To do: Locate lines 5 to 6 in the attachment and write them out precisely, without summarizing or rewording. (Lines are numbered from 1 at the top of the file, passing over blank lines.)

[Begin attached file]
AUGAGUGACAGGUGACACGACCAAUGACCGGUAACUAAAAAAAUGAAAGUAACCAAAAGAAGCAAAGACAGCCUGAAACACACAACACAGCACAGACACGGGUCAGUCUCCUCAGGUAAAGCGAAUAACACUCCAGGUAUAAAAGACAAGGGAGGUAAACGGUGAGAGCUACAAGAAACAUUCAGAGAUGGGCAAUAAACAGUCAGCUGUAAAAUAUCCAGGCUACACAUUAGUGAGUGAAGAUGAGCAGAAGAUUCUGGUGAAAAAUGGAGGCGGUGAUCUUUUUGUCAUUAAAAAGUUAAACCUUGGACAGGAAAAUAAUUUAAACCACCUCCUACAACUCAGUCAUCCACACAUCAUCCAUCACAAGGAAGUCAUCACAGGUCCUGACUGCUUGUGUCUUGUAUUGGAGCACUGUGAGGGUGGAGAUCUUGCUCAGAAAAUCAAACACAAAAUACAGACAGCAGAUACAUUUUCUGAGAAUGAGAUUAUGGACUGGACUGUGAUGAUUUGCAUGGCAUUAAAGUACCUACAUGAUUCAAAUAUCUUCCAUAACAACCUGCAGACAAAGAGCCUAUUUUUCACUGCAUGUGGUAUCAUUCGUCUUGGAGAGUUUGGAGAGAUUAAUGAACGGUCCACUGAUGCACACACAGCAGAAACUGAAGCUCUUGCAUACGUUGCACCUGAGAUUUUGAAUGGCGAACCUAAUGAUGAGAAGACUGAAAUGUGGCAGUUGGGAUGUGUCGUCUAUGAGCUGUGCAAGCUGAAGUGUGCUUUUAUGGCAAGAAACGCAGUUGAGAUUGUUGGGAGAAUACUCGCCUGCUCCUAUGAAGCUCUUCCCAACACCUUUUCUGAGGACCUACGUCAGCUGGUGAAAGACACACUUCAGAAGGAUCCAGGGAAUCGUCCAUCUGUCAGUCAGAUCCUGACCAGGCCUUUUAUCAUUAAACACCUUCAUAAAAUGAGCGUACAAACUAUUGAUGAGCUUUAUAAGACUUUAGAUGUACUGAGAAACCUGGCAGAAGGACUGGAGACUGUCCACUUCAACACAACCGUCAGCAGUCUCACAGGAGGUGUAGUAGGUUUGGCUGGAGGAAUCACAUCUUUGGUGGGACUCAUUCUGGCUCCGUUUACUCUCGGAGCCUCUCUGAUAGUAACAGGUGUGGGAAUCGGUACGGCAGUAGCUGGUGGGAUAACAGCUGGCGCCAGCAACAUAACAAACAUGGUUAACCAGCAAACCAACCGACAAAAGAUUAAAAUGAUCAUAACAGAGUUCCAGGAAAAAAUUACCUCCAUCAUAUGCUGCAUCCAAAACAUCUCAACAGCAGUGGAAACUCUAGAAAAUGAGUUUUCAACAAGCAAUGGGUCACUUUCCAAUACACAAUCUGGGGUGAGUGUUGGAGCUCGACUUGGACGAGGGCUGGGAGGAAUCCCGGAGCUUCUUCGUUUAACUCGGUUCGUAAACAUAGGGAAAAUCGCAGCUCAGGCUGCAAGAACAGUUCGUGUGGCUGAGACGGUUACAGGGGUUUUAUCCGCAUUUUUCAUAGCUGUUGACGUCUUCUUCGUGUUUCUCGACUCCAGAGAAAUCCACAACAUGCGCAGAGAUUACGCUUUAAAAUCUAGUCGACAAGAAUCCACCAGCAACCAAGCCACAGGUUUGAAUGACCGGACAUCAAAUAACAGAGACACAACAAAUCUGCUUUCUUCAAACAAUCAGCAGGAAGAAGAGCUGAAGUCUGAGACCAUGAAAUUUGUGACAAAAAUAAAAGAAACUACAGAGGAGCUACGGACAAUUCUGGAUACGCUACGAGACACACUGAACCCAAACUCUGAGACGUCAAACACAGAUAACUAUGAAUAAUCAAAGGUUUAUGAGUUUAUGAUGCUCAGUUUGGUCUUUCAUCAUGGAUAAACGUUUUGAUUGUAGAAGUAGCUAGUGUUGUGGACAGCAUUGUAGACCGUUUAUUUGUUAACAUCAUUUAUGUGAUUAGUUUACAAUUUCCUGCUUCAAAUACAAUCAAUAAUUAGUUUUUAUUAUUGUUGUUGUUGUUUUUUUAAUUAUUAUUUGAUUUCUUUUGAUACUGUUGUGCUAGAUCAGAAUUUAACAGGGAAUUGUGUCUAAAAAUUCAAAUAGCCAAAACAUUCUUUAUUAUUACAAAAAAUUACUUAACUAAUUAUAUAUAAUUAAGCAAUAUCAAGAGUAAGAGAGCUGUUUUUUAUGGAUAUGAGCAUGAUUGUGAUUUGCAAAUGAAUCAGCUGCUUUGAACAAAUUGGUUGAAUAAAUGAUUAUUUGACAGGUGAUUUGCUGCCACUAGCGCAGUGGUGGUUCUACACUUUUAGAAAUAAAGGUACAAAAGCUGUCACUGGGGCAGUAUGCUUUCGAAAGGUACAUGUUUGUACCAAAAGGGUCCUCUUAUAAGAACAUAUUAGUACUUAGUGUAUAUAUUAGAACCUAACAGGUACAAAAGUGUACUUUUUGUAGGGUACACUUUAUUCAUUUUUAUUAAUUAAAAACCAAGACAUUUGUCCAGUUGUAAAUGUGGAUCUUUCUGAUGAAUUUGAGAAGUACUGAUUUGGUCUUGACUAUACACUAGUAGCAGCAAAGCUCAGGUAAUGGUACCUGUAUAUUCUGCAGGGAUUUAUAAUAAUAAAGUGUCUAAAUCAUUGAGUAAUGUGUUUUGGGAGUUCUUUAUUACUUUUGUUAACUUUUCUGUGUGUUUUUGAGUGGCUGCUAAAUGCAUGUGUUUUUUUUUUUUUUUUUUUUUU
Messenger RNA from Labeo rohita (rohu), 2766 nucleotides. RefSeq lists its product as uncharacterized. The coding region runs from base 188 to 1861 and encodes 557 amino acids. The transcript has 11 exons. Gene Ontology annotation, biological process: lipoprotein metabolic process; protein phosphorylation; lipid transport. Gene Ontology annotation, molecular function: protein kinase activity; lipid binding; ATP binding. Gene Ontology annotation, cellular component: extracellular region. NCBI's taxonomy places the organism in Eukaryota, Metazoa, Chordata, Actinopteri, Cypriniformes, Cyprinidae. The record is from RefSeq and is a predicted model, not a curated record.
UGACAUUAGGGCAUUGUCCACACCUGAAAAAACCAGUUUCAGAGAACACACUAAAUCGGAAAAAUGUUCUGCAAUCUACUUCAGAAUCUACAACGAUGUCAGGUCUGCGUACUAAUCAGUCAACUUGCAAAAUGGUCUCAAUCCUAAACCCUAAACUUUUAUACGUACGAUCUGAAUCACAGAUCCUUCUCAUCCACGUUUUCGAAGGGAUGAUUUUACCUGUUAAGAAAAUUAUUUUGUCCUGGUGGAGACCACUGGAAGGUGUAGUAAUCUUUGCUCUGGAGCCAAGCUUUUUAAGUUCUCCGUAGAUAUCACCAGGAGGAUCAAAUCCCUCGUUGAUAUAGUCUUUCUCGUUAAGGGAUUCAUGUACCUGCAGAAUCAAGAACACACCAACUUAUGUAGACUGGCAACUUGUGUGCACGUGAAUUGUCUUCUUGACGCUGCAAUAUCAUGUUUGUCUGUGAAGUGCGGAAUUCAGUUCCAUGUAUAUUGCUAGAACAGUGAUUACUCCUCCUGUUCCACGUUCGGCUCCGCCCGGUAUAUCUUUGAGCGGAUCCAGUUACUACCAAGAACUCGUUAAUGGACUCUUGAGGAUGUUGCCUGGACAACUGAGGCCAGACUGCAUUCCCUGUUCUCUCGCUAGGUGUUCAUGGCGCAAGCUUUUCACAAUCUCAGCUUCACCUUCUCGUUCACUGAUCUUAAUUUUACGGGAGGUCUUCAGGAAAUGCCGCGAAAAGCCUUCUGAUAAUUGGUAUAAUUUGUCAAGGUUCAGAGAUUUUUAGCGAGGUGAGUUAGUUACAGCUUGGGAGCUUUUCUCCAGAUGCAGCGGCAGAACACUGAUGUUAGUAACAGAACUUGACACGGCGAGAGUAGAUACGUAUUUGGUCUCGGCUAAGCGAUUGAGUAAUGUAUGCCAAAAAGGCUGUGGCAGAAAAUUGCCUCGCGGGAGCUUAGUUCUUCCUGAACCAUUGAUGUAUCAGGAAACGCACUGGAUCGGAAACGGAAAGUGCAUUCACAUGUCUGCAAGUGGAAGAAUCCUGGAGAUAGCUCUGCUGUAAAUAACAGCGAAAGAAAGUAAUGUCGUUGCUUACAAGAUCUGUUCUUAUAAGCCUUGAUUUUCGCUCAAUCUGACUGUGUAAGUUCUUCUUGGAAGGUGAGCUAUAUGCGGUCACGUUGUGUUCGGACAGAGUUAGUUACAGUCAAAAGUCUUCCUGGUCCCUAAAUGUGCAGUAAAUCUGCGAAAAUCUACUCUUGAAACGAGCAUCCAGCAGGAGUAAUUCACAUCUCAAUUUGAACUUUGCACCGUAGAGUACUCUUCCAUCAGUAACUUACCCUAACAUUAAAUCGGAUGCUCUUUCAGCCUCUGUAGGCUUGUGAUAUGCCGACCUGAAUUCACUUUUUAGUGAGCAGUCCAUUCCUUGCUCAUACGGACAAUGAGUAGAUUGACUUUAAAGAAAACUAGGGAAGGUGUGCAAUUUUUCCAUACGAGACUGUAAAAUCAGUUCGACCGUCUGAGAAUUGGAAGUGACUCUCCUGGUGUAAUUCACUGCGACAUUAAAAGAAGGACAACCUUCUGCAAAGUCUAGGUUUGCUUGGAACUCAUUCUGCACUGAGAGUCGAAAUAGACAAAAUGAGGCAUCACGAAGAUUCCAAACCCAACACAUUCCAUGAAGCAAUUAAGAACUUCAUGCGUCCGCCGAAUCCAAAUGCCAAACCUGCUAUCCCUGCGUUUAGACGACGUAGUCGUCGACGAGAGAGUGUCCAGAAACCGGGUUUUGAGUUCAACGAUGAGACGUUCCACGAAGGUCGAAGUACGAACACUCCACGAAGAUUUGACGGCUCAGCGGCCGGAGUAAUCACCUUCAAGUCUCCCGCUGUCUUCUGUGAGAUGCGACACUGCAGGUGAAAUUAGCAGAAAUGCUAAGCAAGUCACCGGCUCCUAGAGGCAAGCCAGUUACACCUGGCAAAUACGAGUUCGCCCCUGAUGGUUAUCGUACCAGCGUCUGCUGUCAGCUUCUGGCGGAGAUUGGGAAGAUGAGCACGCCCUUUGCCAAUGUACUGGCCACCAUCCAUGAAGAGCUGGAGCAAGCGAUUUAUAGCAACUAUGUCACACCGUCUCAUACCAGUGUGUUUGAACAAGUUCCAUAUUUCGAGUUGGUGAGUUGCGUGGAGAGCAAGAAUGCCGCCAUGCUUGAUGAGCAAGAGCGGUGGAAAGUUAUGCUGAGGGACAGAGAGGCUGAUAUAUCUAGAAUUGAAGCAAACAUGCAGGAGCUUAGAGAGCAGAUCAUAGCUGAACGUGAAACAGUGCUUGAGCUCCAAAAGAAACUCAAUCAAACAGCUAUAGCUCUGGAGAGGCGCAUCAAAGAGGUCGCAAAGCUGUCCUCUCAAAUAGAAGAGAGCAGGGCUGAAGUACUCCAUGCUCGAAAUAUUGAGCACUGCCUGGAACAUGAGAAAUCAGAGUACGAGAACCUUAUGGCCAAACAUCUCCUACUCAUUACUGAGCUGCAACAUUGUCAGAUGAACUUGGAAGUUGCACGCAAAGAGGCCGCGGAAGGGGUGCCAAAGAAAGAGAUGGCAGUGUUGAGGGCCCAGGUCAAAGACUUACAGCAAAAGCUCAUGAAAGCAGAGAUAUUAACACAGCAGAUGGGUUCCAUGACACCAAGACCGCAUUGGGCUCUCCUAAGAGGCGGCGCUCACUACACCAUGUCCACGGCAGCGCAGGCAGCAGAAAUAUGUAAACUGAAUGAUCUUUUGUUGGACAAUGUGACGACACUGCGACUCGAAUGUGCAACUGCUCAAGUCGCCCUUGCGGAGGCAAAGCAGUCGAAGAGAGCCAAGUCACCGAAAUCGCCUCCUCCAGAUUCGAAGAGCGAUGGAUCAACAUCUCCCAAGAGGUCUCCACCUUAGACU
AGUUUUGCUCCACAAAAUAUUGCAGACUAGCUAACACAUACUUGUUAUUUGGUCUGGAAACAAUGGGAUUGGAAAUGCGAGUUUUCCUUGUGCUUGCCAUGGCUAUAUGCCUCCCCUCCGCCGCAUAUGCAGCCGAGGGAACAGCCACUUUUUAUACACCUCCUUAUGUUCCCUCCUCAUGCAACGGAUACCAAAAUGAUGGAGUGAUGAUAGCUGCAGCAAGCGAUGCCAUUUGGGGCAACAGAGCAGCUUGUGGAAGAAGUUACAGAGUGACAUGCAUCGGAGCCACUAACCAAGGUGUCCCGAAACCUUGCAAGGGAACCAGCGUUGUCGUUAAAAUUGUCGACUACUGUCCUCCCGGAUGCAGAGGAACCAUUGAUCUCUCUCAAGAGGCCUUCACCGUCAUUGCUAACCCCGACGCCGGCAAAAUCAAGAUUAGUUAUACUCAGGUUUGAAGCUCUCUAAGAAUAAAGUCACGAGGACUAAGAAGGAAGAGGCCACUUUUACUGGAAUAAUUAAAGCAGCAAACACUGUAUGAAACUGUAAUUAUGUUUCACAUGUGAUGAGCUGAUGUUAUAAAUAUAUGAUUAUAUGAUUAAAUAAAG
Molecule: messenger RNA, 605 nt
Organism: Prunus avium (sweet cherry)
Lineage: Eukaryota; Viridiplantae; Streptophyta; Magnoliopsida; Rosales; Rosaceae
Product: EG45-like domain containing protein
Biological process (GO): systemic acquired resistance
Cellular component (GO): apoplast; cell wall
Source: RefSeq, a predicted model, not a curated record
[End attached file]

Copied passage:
Molecule: messenger RNA, 605 nt
Organism: Prunus avium (sweet cherry)